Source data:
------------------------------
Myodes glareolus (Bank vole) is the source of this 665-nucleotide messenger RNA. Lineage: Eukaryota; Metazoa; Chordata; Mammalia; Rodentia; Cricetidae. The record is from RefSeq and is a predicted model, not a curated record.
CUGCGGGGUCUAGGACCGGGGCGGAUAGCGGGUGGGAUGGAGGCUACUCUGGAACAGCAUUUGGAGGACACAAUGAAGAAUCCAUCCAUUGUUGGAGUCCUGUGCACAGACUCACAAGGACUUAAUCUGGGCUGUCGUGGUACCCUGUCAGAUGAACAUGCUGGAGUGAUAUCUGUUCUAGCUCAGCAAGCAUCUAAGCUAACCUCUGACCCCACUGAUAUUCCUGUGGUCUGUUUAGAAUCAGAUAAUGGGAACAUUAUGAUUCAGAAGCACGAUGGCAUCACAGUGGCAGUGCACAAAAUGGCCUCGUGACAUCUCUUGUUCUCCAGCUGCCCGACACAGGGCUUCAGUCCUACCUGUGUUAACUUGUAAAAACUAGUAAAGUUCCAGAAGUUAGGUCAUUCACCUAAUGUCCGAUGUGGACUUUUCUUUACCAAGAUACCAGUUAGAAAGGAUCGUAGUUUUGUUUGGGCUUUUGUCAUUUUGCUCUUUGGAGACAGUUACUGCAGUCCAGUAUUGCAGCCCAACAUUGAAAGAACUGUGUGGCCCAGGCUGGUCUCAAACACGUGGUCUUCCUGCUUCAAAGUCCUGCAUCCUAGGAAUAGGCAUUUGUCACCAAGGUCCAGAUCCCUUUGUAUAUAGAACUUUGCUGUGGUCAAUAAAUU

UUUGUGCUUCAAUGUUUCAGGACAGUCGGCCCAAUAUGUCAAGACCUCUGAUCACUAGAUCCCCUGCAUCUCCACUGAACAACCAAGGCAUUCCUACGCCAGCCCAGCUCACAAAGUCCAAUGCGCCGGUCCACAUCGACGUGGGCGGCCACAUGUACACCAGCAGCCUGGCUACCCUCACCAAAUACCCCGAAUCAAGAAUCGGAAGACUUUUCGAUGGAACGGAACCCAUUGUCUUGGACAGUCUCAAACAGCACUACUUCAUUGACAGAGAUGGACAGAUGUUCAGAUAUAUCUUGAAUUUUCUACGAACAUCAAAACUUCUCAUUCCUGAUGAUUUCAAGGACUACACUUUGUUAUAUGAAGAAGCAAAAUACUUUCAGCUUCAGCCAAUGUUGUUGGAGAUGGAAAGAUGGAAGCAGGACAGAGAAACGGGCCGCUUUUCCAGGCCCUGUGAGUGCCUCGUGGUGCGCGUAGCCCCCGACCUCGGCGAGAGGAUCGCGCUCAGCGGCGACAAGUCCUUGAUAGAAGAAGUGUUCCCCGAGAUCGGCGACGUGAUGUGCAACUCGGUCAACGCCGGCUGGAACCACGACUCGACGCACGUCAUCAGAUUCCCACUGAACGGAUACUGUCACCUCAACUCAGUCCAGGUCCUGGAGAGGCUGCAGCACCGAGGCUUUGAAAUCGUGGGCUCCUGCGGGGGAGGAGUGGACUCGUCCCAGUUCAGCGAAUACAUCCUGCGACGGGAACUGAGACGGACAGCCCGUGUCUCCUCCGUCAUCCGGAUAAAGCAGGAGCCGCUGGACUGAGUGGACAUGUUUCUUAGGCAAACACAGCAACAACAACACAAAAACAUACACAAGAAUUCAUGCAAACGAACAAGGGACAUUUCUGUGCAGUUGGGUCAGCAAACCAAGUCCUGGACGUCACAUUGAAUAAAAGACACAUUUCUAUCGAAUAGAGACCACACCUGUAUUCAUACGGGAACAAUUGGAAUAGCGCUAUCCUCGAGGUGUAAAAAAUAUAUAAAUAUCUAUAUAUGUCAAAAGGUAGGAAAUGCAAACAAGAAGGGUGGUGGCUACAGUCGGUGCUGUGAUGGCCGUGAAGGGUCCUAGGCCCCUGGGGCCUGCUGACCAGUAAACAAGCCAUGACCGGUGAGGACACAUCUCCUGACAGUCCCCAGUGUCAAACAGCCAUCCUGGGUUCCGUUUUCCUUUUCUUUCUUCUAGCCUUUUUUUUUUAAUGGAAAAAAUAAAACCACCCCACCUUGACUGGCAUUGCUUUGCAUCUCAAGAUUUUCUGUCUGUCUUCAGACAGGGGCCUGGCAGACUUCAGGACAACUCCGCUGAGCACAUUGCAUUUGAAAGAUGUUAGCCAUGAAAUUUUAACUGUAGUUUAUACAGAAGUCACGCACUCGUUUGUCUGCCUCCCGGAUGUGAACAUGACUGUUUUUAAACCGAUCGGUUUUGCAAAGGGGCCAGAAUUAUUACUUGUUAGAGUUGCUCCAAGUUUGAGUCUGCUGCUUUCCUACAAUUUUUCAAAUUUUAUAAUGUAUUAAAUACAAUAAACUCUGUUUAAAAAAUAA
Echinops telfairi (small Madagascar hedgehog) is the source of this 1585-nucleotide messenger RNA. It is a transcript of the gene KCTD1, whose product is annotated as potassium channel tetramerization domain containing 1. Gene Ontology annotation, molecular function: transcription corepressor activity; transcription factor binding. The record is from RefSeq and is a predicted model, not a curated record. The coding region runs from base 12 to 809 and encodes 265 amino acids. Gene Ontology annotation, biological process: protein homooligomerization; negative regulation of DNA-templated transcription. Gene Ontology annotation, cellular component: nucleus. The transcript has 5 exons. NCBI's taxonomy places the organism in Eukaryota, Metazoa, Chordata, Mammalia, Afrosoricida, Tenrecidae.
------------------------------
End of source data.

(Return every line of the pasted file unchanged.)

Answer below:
Myodes glareolus (Bank vole) is the source of this 665-nucleotide messenger RNA. Lineage: Eukaryota; Metazoa; Chordata; Mammalia; Rodentia; Cricetidae. The record is from RefSeq and is a predicted model, not a curated record.
CUGCGGGGUCUAGGACCGGGGCGGAUAGCGGGUGGGAUGGAGGCUACUCUGGAACAGCAUUUGGAGGACACAAUGAAGAAUCCAUCCAUUGUUGGAGUCCUGUGCACAGACUCACAAGGACUUAAUCUGGGCUGUCGUGGUACCCUGUCAGAUGAACAUGCUGGAGUGAUAUCUGUUCUAGCUCAGCAAGCAUCUAAGCUAACCUCUGACCCCACUGAUAUUCCUGUGGUCUGUUUAGAAUCAGAUAAUGGGAACAUUAUGAUUCAGAAGCACGAUGGCAUCACAGUGGCAGUGCACAAAAUGGCCUCGUGACAUCUCUUGUUCUCCAGCUGCCCGACACAGGGCUUCAGUCCUACCUGUGUUAACUUGUAAAAACUAGUAAAGUUCCAGAAGUUAGGUCAUUCACCUAAUGUCCGAUGUGGACUUUUCUUUACCAAGAUACCAGUUAGAAAGGAUCGUAGUUUUGUUUGGGCUUUUGUCAUUUUGCUCUUUGGAGACAGUUACUGCAGUCCAGUAUUGCAGCCCAACAUUGAAAGAACUGUGUGGCCCAGGCUGGUCUCAAACACGUGGUCUUCCUGCUUCAAAGUCCUGCAUCCUAGGAAUAGGCAUUUGUCACCAAGGUCCAGAUCCCUUUGUAUAUAGAACUUUGCUGUGGUCAAUAAAUU

UUUGUGCUUCAAUGUUUCAGGACAGUCGGCCCAAUAUGUCAAGACCUCUGAUCACUAGAUCCCCUGCAUCUCCACUGAACAACCAAGGCAUUCCUACGCCAGCCCAGCUCACAAAGUCCAAUGCGCCGGUCCACAUCGACGUGGGCGGCCACAUGUACACCAGCAGCCUGGCUACCCUCACCAAAUACCCCGAAUCAAGAAUCGGAAGACUUUUCGAUGGAACGGAACCCAUUGUCUUGGACAGUCUCAAACAGCACUACUUCAUUGACAGAGAUGGACAGAUGUUCAGAUAUAUCUUGAAUUUUCUACGAACAUCAAAACUUCUCAUUCCUGAUGAUUUCAAGGACUACACUUUGUUAUAUGAAGAAGCAAAAUACUUUCAGCUUCAGCCAAUGUUGUUGGAGAUGGAAAGAUGGAAGCAGGACAGAGAAACGGGCCGCUUUUCCAGGCCCUGUGAGUGCCUCGUGGUGCGCGUAGCCCCCGACCUCGGCGAGAGGAUCGCGCUCAGCGGCGACAAGUCCUUGAUAGAAGAAGUGUUCCCCGAGAUCGGCGACGUGAUGUGCAACUCGGUCAACGCCGGCUGGAACCACGACUCGACGCACGUCAUCAGAUUCCCACUGAACGGAUACUGUCACCUCAACUCAGUCCAGGUCCUGGAGAGGCUGCAGCACCGAGGCUUUGAAAUCGUGGGCUCCUGCGGGGGAGGAGUGGACUCGUCCCAGUUCAGCGAAUACAUCCUGCGACGGGAACUGAGACGGACAGCCCGUGUCUCCUCCGUCAUCCGGAUAAAGCAGGAGCCGCUGGACUGAGUGGACAUGUUUCUUAGGCAAACACAGCAACAACAACACAAAAACAUACACAAGAAUUCAUGCAAACGAACAAGGGACAUUUCUGUGCAGUUGGGUCAGCAAACCAAGUCCUGGACGUCACAUUGAAUAAAAGACACAUUUCUAUCGAAUAGAGACCACACCUGUAUUCAUACGGGAACAAUUGGAAUAGCGCUAUCCUCGAGGUGUAAAAAAUAUAUAAAUAUCUAUAUAUGUCAAAAGGUAGGAAAUGCAAACAAGAAGGGUGGUGGCUACAGUCGGUGCUGUGAUGGCCGUGAAGGGUCCUAGGCCCCUGGGGCCUGCUGACCAGUAAACAAGCCAUGACCGGUGAGGACACAUCUCCUGACAGUCCCCAGUGUCAAACAGCCAUCCUGGGUUCCGUUUUCCUUUUCUUUCUUCUAGCCUUUUUUUUUUAAUGGAAAAAAUAAAACCACCCCACCUUGACUGGCAUUGCUUUGCAUCUCAAGAUUUUCUGUCUGUCUUCAGACAGGGGCCUGGCAGACUUCAGGACAACUCCGCUGAGCACAUUGCAUUUGAAAGAUGUUAGCCAUGAAAUUUUAACUGUAGUUUAUACAGAAGUCACGCACUCGUUUGUCUGCCUCCCGGAUGUGAACAUGACUGUUUUUAAACCGAUCGGUUUUGCAAAGGGGCCAGAAUUAUUACUUGUUAGAGUUGCUCCAAGUUUGAGUCUGCUGCUUUCCUACAAUUUUUCAAAUUUUAUAAUGUAUUAAAUACAAUAAACUCUGUUUAAAAAAUAA
Echinops telfairi (small Madagascar hedgehog) is the source of this 1585-nucleotide messenger RNA. It is a transcript of the gene KCTD1, whose product is annotated as potassium channel tetramerization domain containing 1. Gene Ontology annotation, molecular function: transcription corepressor activity; transcription factor binding. The record is from RefSeq and is a predicted model, not a curated record. The coding region runs from base 12 to 809 and encodes 265 amino acids. Gene Ontology annotation, biological process: protein homooligomerization; negative regulation of DNA-templated transcription. Gene Ontology annotation, cellular component: nucleus. The transcript has 5 exons. NCBI's taxonomy places the organism in Eukaryota, Metazoa, Chordata, Mammalia, Afrosoricida, Tenrecidae.